Forty years ago man first walked on the moon
Forty years ago on July 20, 1969, American astronaut Neil Armstrong realized the oldest dream of human civilizations when he became the first man to walk on the moon.
As an estimated 500 million people around the world waited with bated breath crowded around fuzzy television screens and radios, Armstrong stepped down the lunar module's ladder and onto the lunar surface.
"That's one small step for man, one giant leap for mankind," Armstrong intoned, his words slightly distorted by distance and communications equipment, in a phrase now etched forever into the history books.
The excited crowds burst into cheers as he was joined by fellow astronaut Buzz Aldrin who described the "magnificent desolation" of the lunar landscape, never before witnessed in close up on Earth.
Only 12 earthlings have walked on the surface of the moon, the Earth's lone mysterious statellite, which has fuelled our dreams and imaginations since the earliest humans walked the planet.
And the last moonwalk was already more than a generation ago in 1972.
But at the height of the Cold War, the Apollo program succeeded in proving America's dominance in the space race. Planting an American flag on the surface of the moon in 1969 scored major morale-boosting points over the Soviet Union.
The Apollo program, which led to six succesful moon landings between 1969 and 1972, had begun eight years earlier in 1961 when then president John F. Kennedy threw down a bold challenge to Congress to put a man on the moon within the decade.
"I believe that this nation should commit itself to achieving the goal, before this decade is out, of landing a man on the moon and returning him safely to the Earth," Kennedy said.
The decision to shoot for the moon was above all a political one, said John Logsdon, curator and expert at the National Air and Space Museum.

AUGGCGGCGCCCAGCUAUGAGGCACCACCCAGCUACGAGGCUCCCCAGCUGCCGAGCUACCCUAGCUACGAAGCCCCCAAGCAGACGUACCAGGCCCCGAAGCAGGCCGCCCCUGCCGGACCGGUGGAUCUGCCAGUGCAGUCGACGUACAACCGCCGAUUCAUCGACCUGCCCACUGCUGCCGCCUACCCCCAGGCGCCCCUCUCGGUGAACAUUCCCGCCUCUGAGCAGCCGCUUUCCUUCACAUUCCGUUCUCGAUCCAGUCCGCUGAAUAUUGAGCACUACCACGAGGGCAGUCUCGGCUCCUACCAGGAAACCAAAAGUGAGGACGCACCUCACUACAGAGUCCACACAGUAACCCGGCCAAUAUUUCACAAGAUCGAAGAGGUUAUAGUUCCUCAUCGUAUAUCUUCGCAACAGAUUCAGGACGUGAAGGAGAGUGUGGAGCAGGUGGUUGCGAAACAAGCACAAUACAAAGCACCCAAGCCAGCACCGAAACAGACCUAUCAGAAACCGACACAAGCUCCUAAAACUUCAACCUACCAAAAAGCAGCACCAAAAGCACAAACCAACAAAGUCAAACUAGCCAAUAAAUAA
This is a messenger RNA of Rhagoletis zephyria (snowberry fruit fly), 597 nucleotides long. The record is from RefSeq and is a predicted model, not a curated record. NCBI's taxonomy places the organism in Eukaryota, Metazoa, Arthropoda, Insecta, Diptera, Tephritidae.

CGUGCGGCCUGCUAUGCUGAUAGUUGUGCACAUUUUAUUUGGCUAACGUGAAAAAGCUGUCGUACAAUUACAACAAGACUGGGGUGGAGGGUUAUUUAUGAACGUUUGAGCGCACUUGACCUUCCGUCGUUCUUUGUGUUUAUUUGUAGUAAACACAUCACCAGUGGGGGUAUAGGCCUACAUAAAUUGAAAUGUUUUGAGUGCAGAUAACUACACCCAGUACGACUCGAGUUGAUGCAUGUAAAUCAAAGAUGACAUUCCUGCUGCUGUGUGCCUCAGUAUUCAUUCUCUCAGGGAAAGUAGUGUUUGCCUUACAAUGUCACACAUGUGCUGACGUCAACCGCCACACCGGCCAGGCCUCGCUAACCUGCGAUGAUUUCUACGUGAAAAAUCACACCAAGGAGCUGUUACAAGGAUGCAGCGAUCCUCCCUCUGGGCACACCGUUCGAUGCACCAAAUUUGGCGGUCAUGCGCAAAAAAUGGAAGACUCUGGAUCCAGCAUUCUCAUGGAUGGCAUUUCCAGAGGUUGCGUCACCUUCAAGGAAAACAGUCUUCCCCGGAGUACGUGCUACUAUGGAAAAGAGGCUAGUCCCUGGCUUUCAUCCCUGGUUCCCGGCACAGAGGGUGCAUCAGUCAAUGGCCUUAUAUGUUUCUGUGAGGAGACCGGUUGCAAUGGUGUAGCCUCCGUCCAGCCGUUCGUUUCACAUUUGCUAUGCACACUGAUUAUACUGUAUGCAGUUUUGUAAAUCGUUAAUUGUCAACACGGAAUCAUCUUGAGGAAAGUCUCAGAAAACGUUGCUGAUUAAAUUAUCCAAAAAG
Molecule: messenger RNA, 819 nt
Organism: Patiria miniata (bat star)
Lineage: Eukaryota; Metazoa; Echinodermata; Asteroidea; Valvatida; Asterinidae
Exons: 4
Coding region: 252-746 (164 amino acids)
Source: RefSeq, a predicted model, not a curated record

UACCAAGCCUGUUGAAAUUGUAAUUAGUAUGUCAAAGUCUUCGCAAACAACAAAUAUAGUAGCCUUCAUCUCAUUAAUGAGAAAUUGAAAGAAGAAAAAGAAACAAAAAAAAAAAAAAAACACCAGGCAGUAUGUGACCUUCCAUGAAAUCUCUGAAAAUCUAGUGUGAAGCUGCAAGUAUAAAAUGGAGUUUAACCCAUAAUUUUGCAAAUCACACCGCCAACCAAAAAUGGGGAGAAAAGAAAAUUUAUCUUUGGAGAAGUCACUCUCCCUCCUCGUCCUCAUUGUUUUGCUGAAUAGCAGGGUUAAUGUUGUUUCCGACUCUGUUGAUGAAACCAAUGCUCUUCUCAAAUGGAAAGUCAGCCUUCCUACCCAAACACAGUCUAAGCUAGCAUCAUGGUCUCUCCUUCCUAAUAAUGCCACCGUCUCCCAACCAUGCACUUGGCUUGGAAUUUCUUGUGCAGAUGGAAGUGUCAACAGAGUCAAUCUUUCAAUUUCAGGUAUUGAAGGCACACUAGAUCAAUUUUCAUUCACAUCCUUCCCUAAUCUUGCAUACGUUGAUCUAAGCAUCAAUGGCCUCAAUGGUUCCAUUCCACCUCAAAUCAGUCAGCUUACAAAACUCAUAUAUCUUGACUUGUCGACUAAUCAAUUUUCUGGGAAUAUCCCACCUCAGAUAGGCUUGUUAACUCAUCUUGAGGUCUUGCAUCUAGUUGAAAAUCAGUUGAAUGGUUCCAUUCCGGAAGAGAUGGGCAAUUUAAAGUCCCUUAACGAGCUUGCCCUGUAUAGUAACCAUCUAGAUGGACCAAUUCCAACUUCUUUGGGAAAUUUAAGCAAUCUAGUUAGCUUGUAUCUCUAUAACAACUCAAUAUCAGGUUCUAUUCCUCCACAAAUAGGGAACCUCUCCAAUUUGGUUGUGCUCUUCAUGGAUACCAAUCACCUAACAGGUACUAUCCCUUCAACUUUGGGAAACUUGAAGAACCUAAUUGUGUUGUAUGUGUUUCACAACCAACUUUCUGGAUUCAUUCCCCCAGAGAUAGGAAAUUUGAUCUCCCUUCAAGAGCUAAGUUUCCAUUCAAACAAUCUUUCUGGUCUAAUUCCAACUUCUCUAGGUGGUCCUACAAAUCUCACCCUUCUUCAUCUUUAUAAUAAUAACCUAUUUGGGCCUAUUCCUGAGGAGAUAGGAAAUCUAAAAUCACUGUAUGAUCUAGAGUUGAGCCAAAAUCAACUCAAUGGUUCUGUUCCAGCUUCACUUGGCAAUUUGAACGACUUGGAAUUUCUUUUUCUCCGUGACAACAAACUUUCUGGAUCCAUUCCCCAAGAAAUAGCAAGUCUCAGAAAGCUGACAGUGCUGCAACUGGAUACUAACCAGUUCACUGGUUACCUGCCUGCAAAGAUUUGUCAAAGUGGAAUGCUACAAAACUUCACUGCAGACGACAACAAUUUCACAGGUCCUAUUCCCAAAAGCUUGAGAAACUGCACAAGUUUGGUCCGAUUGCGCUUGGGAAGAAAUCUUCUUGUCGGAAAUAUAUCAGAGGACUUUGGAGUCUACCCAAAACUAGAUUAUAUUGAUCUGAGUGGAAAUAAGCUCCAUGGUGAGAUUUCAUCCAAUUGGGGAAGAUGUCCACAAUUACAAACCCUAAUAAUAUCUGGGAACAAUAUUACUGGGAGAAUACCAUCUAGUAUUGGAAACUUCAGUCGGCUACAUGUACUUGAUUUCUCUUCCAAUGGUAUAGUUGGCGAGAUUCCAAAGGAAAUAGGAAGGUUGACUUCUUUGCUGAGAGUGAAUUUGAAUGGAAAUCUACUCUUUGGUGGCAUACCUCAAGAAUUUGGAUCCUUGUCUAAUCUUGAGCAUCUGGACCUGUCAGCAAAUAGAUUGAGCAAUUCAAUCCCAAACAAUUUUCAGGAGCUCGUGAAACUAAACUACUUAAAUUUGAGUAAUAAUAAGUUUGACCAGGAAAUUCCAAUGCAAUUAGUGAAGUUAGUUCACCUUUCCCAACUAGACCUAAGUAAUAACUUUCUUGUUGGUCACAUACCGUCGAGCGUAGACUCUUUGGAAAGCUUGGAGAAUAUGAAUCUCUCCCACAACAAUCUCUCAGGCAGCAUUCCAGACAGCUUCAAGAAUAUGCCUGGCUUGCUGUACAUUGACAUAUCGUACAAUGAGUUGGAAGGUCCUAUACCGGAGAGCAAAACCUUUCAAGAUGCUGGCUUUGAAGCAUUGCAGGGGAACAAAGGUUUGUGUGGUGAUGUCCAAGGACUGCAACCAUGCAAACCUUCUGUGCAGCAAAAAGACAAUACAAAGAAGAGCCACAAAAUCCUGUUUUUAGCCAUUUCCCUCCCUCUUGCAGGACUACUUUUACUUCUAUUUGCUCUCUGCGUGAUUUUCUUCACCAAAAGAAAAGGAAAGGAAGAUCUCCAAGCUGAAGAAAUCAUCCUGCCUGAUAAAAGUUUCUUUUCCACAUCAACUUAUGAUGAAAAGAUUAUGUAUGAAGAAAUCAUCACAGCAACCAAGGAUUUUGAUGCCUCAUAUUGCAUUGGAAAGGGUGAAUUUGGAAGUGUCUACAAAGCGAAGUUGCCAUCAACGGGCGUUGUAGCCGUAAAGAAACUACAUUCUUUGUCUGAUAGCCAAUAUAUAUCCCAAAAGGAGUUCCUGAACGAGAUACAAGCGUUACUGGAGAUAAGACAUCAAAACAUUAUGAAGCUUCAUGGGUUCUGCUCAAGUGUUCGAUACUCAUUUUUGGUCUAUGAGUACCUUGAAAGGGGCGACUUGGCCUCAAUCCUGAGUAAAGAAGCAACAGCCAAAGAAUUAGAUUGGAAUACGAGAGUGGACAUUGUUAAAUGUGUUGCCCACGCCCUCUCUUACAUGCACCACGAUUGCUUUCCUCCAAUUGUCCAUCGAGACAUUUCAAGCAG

The Soviet Union had been the first nation to put a satellite into orbit in 1957, with the launch of the Sputnik, and in 1961 Yuri Gagarin became the first man to fly in space.
"The Soviet Union had defined space achievement the measure of power and desirability of a modern society and president Kennedy decided that leaving a dramatic space achievement only to the USSR was not in the US interest," Logsdon told AFP.
The space race became symbolic of the Cold War battle for dominance between competing ideologies and polarized world powers.
In 1970 just months after the lunar landings, Soviet dissident Andrei Sakharov in an open letter to the Kremlin wrote that America's ability to put a man on the moon proved the superiority of a democracy.
"NASA had been studying a mission to the moon prior to Kennedy's decision and had concluded that there was no major technological barrier," Logsdon said.
"On the other hand, there was little experience in building the kind of large and complex systems required to carry out the mission."
Thanks to America's growing prosperity and their scientific and technical achievements, the US swiftly put into motion the Apollo program. In 1969 it was estimated at some 25 billion dollars -- about 115 billion at today's value, or more than six times NASA's current budget.
But the Apollo program hit some setbacks. In 1967, three astronauts were killed in an accident on the ground.
Then in December 1968 Apollo 8 blasted off, and America's first manned flight around the moon took place.
Six months later it was followed by Apollo 10, a lunar reconnaissance trip with three astronauts on board.
Then on July 16, 1969, Armstrong, the mission commander, Aldrin and Mike Collins settled themselves into the orbiting command module Columbia on the Apollo 11, which was taken up into space perched on the Saturn V rocket.
The huge rocket, towering some 111 meters (330 feet) high, lifted off from the Kennedy Space Center at 9:32 am (1332 GMT).
Four days later, Armstrong manually maneuvered the lunar module, dubbed "Eagle," to land on the moon's Sea of Tranquility.